Joly relates, in his 1870 autobiography,[4] that one evening thinking of Abbé Galiani's treatise Dialogues sur le commerce des bleds[10] and walking by Pont Royal, he was inspired to write a dialogue between Montesquieu and Machiavelli. The noble baron Montesquieu (whom Joly consigned to Hell in his book because of Montesquieu's support of republics/democracies) would make the case for liberalism; the Florentine politician Machiavelli (whom Joly, not realising that Il Principe (The Prince) was itself a satire, consigned to Hell in his book for supposedly supporting usurpers, which was at odds with Joly's belief in "The Divine Right Of Kings") would present the case for despotism.

Machiavelli claims that he "... wouldn't even need twenty years to transform utterly the most indomitable European character and render it as a docile under tyranny as the debased people of Asia." Montesquieu insists that the liberal spirit of the peoples is invincible. In 25 dialogues, step by step, Machiavelli, who by Joly's plot covertly represents Napoleon III, explains how he would replace freedom with despotism in any given European country: "...Absolute power will no longer be an accident of fortune but will become a need" of the modern society. At the end, Machiavelli prevails. In the curtain-line Montesquieu exclaims "Eternal God, what have you permitted!..."[3]

The book was published anonymously (with the by-line par un contemporain, by a contemporary) in Brussels in 1864 and smuggled into France for distribution, but the print run was seized by the police immediately upon crossing the border. The police swiftly tracked down its author, and Joly was arrested. The book was banned. On 25 April 1865, he was sentenced to 18 months at the Sainte-Pélagie Prison in Paris. The second edition of "The Dialogues" was issued in 1868 under Joly's name.[11] This time, it reached the readers. But its author remained in obscurity. He established a new journal, Le Palais, that ended after a confrontation with the principal collaborator in the enterprise. After the fall of the Empire in 1870, Joly sought a governmental position from Jules Grévy. He failed in this too. Campaigning against Napoleon III at the French constitutional referendum, 1870, Joly wrote an epilogue to his "Dialogue". It was published in Le Gaulois [12] and La Cloche [13] magazines.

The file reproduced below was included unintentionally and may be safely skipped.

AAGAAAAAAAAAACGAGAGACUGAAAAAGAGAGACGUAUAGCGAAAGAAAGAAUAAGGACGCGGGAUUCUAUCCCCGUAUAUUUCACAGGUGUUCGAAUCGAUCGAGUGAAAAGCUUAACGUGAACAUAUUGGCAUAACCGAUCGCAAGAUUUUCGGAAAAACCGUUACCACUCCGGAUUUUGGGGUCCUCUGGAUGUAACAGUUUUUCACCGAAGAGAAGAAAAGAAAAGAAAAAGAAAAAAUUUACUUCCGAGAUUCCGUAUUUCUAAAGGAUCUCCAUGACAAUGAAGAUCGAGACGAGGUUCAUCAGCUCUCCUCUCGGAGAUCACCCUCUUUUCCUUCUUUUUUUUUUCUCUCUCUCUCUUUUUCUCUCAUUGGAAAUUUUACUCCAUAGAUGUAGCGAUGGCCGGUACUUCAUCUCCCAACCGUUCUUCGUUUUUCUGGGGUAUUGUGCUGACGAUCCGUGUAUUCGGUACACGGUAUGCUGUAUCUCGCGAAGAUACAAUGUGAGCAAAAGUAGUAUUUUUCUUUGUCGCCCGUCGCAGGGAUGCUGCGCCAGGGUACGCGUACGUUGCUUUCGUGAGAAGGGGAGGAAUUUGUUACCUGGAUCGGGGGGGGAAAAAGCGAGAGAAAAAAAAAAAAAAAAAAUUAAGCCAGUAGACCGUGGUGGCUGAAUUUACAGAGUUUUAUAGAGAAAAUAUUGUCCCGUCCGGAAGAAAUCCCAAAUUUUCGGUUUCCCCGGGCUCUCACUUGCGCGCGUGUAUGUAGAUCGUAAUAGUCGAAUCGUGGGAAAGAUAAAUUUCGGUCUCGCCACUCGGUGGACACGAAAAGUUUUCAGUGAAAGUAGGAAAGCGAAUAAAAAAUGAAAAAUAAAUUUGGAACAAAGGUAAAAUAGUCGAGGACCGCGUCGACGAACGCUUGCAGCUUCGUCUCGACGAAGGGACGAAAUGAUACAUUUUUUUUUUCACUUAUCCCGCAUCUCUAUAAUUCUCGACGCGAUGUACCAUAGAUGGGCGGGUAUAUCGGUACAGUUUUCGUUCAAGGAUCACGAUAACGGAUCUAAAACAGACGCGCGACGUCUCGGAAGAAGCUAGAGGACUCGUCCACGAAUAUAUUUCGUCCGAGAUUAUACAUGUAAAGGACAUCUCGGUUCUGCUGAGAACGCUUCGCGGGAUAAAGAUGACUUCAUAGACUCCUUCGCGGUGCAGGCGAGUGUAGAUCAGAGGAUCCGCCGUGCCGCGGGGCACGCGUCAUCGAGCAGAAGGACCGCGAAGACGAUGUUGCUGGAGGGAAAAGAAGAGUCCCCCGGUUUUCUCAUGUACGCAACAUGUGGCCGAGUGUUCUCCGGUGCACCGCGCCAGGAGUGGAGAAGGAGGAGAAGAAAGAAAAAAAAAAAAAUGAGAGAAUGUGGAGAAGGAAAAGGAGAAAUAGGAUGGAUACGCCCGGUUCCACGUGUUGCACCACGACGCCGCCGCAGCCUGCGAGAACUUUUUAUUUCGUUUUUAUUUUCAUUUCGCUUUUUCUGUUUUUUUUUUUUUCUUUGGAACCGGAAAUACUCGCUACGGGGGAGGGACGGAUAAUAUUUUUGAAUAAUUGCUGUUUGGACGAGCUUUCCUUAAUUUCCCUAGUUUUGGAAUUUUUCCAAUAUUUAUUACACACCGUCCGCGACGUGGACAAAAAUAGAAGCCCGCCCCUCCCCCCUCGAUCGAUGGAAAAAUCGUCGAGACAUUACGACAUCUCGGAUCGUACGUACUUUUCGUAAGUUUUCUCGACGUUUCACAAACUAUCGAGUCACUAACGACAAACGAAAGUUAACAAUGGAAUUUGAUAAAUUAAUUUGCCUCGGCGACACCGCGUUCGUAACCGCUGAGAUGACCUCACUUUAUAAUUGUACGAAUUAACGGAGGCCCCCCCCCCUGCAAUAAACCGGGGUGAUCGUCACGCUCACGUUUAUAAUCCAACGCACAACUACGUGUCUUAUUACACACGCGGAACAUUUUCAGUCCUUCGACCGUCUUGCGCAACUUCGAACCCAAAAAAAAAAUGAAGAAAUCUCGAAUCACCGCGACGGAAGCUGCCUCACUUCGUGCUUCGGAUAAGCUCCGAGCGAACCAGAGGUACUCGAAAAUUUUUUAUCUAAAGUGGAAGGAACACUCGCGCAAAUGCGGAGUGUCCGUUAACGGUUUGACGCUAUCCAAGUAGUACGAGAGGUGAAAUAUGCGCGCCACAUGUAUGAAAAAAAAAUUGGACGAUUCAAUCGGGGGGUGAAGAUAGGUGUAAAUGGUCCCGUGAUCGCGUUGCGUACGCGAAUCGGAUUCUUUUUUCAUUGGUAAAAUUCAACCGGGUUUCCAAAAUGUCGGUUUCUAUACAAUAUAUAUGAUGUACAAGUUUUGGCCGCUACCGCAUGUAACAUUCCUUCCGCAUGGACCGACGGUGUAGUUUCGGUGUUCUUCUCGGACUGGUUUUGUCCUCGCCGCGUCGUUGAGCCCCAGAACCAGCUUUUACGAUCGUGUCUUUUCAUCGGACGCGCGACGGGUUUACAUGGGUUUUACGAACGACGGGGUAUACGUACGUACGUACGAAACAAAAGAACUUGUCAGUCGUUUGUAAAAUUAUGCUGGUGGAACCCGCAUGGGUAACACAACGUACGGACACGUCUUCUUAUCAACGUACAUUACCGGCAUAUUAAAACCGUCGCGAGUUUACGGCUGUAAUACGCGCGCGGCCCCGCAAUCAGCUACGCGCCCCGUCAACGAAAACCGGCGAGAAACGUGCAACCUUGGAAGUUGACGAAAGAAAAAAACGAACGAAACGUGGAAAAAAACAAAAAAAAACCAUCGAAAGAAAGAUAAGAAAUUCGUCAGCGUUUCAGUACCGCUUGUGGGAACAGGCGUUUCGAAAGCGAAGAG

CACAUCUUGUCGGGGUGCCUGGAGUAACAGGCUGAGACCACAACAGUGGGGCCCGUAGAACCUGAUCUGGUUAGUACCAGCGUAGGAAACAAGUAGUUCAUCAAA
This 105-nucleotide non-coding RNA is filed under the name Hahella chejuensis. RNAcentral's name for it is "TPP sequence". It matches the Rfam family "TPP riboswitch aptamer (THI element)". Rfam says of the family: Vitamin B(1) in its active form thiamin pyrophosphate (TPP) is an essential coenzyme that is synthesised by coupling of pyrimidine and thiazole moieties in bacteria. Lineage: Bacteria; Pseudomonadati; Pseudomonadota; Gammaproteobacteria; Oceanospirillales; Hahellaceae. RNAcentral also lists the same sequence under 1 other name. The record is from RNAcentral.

In 1871, he was a low-rank member of the Paris Commune[14][15] and in his last years, he joined masonic lodge La Clémente amitié.
Though Joly gained laurels of a scandalous and bully barrator, he sued 10 newspapers, one after another, either for not accepting his stories or for not publishing news about him. Joly's name was completely forgotten, and in life, he did not attain the glory he so obsessively craved.

Joly was found dead on 15 July 1878 in his 5 Quai Voltaire apartment in Paris.[16] The declared cause of his death was gunshot suicide. The exact date of his death remains unknown.

Posthumous fame[edit]

The "Dialogue" and its author became famous later, inadvertently and for an enigmatic reason. In the beginning of 20th century Joly's book was used as a basis for The Protocols of the Elders of Zion,[17] an infamous Russian-made antisemitic literary forgery. There is an abundance of evidence that The Protocols were lavishly plagiarized from Joly's book,[18][19][20] however there are still skeptics who insist that it was Joly who plagiarized The Protocols and not vice versa.[21]